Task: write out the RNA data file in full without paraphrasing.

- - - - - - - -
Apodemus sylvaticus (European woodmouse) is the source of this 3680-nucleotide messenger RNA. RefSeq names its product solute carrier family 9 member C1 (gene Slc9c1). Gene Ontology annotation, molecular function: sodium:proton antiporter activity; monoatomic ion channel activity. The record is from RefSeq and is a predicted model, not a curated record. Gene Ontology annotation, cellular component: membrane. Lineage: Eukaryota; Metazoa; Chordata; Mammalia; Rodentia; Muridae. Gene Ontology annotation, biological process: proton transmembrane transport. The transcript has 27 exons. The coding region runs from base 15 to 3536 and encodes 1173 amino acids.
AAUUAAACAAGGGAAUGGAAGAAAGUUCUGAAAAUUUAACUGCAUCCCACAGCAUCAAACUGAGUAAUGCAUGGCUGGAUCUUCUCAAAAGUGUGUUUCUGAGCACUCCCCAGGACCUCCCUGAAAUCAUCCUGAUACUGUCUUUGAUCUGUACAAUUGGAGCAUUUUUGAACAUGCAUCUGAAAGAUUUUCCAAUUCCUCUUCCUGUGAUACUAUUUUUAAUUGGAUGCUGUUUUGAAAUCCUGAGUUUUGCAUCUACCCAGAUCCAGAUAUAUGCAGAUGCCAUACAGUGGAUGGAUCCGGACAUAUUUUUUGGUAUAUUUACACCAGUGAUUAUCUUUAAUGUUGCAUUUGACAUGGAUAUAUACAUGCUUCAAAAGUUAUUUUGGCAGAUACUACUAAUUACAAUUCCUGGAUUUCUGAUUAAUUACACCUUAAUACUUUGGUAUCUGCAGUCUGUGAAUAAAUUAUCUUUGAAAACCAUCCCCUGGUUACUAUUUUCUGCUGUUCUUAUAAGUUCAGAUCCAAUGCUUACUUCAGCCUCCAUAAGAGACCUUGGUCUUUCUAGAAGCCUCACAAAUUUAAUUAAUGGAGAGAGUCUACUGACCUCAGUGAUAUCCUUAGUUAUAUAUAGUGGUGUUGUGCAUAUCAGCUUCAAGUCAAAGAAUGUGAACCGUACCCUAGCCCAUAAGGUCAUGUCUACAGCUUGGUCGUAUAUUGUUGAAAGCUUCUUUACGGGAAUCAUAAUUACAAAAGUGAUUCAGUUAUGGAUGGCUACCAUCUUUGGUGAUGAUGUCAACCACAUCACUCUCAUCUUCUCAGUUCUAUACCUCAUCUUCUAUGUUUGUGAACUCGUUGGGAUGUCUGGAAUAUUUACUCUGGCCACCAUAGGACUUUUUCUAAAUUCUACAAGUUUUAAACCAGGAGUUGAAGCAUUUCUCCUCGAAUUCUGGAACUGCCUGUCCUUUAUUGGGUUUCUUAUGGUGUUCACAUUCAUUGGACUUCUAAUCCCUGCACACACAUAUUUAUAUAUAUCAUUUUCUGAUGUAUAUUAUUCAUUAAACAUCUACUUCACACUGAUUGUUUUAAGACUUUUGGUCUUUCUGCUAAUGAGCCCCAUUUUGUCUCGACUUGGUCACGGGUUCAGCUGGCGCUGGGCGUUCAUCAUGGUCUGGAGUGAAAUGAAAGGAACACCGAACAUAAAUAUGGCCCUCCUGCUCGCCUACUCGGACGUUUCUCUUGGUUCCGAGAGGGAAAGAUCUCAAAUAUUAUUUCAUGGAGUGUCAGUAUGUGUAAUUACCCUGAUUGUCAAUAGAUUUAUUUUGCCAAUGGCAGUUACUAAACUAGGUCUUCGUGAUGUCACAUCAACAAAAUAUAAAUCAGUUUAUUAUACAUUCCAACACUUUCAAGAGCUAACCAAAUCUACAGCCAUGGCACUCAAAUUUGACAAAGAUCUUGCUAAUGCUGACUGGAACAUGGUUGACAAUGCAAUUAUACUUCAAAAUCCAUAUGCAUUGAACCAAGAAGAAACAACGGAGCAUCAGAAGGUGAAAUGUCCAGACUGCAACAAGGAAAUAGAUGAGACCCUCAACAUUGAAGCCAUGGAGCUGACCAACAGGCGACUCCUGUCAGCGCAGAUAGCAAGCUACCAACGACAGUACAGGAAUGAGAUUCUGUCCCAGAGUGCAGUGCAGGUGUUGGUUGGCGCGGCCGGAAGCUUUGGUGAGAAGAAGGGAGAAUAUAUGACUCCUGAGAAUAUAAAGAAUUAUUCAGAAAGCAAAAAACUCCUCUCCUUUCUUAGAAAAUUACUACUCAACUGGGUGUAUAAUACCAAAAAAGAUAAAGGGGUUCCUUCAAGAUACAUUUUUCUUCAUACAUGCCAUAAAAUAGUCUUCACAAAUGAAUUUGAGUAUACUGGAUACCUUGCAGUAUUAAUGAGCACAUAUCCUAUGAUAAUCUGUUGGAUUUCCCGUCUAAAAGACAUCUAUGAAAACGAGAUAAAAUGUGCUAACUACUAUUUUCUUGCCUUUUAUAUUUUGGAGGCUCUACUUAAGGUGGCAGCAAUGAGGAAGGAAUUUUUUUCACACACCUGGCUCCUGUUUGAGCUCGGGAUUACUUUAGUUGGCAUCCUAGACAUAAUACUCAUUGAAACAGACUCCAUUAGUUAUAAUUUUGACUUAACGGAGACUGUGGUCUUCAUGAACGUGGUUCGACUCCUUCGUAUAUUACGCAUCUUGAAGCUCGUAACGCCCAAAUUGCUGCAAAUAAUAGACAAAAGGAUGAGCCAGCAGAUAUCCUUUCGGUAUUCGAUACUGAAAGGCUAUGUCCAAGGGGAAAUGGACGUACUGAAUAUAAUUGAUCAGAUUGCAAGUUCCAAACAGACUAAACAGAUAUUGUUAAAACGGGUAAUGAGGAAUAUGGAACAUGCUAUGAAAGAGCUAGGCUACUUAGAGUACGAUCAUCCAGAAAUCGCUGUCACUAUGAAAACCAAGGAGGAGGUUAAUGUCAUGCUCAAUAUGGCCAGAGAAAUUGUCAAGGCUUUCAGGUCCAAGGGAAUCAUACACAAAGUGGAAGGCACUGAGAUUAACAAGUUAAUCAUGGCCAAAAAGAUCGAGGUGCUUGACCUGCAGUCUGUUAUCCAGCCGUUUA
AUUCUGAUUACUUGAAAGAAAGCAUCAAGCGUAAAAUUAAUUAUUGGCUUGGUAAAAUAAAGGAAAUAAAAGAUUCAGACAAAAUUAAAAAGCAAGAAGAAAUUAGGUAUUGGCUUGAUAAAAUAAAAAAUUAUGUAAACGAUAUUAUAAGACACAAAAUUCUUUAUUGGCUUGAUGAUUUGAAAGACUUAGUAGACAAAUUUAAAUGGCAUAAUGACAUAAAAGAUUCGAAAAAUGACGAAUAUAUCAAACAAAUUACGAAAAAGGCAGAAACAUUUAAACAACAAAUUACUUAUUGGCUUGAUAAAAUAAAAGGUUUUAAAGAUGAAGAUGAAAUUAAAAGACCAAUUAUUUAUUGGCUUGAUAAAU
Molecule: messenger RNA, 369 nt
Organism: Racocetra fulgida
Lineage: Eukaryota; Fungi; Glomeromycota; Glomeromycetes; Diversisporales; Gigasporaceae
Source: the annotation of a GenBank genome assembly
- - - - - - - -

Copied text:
Apodemus sylvaticus (European woodmouse) is the source of this 3680-nucleotide messenger RNA. RefSeq names its product solute carrier family 9 member C1 (gene Slc9c1). Gene Ontology annotation, molecular function: sodium:proton antiporter activity; monoatomic ion channel activity. The record is from RefSeq and is a predicted model, not a curated record. Gene Ontology annotation, cellular component: membrane. Lineage: Eukaryota; Metazoa; Chordata; Mammalia; Rodentia; Muridae. Gene Ontology annotation, biological process: proton transmembrane transport. The transcript has 27 exons. The coding region runs from base 15 to 3536 and encodes 1173 amino acids.
AAUUAAACAAGGGAAUGGAAGAAAGUUCUGAAAAUUUAACUGCAUCCCACAGCAUCAAACUGAGUAAUGCAUGGCUGGAUCUUCUCAAAAGUGUGUUUCUGAGCACUCCCCAGGACCUCCCUGAAAUCAUCCUGAUACUGUCUUUGAUCUGUACAAUUGGAGCAUUUUUGAACAUGCAUCUGAAAGAUUUUCCAAUUCCUCUUCCUGUGAUACUAUUUUUAAUUGGAUGCUGUUUUGAAAUCCUGAGUUUUGCAUCUACCCAGAUCCAGAUAUAUGCAGAUGCCAUACAGUGGAUGGAUCCGGACAUAUUUUUUGGUAUAUUUACACCAGUGAUUAUCUUUAAUGUUGCAUUUGACAUGGAUAUAUACAUGCUUCAAAAGUUAUUUUGGCAGAUACUACUAAUUACAAUUCCUGGAUUUCUGAUUAAUUACACCUUAAUACUUUGGUAUCUGCAGUCUGUGAAUAAAUUAUCUUUGAAAACCAUCCCCUGGUUACUAUUUUCUGCUGUUCUUAUAAGUUCAGAUCCAAUGCUUACUUCAGCCUCCAUAAGAGACCUUGGUCUUUCUAGAAGCCUCACAAAUUUAAUUAAUGGAGAGAGUCUACUGACCUCAGUGAUAUCCUUAGUUAUAUAUAGUGGUGUUGUGCAUAUCAGCUUCAAGUCAAAGAAUGUGAACCGUACCCUAGCCCAUAAGGUCAUGUCUACAGCUUGGUCGUAUAUUGUUGAAAGCUUCUUUACGGGAAUCAUAAUUACAAAAGUGAUUCAGUUAUGGAUGGCUACCAUCUUUGGUGAUGAUGUCAACCACAUCACUCUCAUCUUCUCAGUUCUAUACCUCAUCUUCUAUGUUUGUGAACUCGUUGGGAUGUCUGGAAUAUUUACUCUGGCCACCAUAGGACUUUUUCUAAAUUCUACAAGUUUUAAACCAGGAGUUGAAGCAUUUCUCCUCGAAUUCUGGAACUGCCUGUCCUUUAUUGGGUUUCUUAUGGUGUUCACAUUCAUUGGACUUCUAAUCCCUGCACACACAUAUUUAUAUAUAUCAUUUUCUGAUGUAUAUUAUUCAUUAAACAUCUACUUCACACUGAUUGUUUUAAGACUUUUGGUCUUUCUGCUAAUGAGCCCCAUUUUGUCUCGACUUGGUCACGGGUUCAGCUGGCGCUGGGCGUUCAUCAUGGUCUGGAGUGAAAUGAAAGGAACACCGAACAUAAAUAUGGCCCUCCUGCUCGCCUACUCGGACGUUUCUCUUGGUUCCGAGAGGGAAAGAUCUCAAAUAUUAUUUCAUGGAGUGUCAGUAUGUGUAAUUACCCUGAUUGUCAAUAGAUUUAUUUUGCCAAUGGCAGUUACUAAACUAGGUCUUCGUGAUGUCACAUCAACAAAAUAUAAAUCAGUUUAUUAUACAUUCCAACACUUUCAAGAGCUAACCAAAUCUACAGCCAUGGCACUCAAAUUUGACAAAGAUCUUGCUAAUGCUGACUGGAACAUGGUUGACAAUGCAAUUAUACUUCAAAAUCCAUAUGCAUUGAACCAAGAAGAAACAACGGAGCAUCAGAAGGUGAAAUGUCCAGACUGCAACAAGGAAAUAGAUGAGACCCUCAACAUUGAAGCCAUGGAGCUGACCAACAGGCGACUCCUGUCAGCGCAGAUAGCAAGCUACCAACGACAGUACAGGAAUGAGAUUCUGUCCCAGAGUGCAGUGCAGGUGUUGGUUGGCGCGGCCGGAAGCUUUGGUGAGAAGAAGGGAGAAUAUAUGACUCCUGAGAAUAUAAAGAAUUAUUCAGAAAGCAAAAAACUCCUCUCCUUUCUUAGAAAAUUACUACUCAACUGGGUGUAUAAUACCAAAAAAGAUAAAGGGGUUCCUUCAAGAUACAUUUUUCUUCAUACAUGCCAUAAAAUAGUCUUCACAAAUGAAUUUGAGUAUACUGGAUACCUUGCAGUAUUAAUGAGCACAUAUCCUAUGAUAAUCUGUUGGAUUUCCCGUCUAAAAGACAUCUAUGAAAACGAGAUAAAAUGUGCUAACUACUAUUUUCUUGCCUUUUAUAUUUUGGAGGCUCUACUUAAGGUGGCAGCAAUGAGGAAGGAAUUUUUUUCACACACCUGGCUCCUGUUUGAGCUCGGGAUUACUUUAGUUGGCAUCCUAGACAUAAUACUCAUUGAAACAGACUCCAUUAGUUAUAAUUUUGACUUAACGGAGACUGUGGUCUUCAUGAACGUGGUUCGACUCCUUCGUAUAUUACGCAUCUUGAAGCUCGUAACGCCCAAAUUGCUGCAAAUAAUAGACAAAAGGAUGAGCCAGCAGAUAUCCUUUCGGUAUUCGAUACUGAAAGGCUAUGUCCAAGGGGAAAUGGACGUACUGAAUAUAAUUGAUCAGAUUGCAAGUUCCAAACAGACUAAACAGAUAUUGUUAAAACGGGUAAUGAGGAAUAUGGAACAUGCUAUGAAAGAGCUAGGCUACUUAGAGUACGAUCAUCCAGAAAUCGCUGUCACUAUGAAAACCAAGGAGGAGGUUAAUGUCAUGCUCAAUAUGGCCAGAGAAAUUGUCAAGGCUUUCAGGUCCAAGGGAAUCAUACACAAAGUGGAAGGCACUGAGAUUAACAAGUUAAUCAUGGCCAAAAAGAUCGAGGUGCUUGACCUGCAGUCUGUUAUCCAGCCGUUUA
AUUCUGAUUACUUGAAAGAAAGCAUCAAGCGUAAAAUUAAUUAUUGGCUUGGUAAAAUAAAGGAAAUAAAAGAUUCAGACAAAAUUAAAAAGCAAGAAGAAAUUAGGUAUUGGCUUGAUAAAAUAAAAAAUUAUGUAAACGAUAUUAUAAGACACAAAAUUCUUUAUUGGCUUGAUGAUUUGAAAGACUUAGUAGACAAAUUUAAAUGGCAUAAUGACAUAAAAGAUUCGAAAAAUGACGAAUAUAUCAAACAAAUUACGAAAAAGGCAGAAACAUUUAAACAACAAAUUACUUAUUGGCUUGAUAAAAUAAAAGGUUUUAAAGAUGAAGAUGAAAUUAAAAGACCAAUUAUUUAUUGGCUUGAUAAAU
Molecule: messenger RNA, 369 nt
Organism: Racocetra fulgida
Lineage: Eukaryota; Fungi; Glomeromycota; Glomeromycetes; Diversisporales; Gigasporaceae
Source: the annotation of a GenBank genome assembly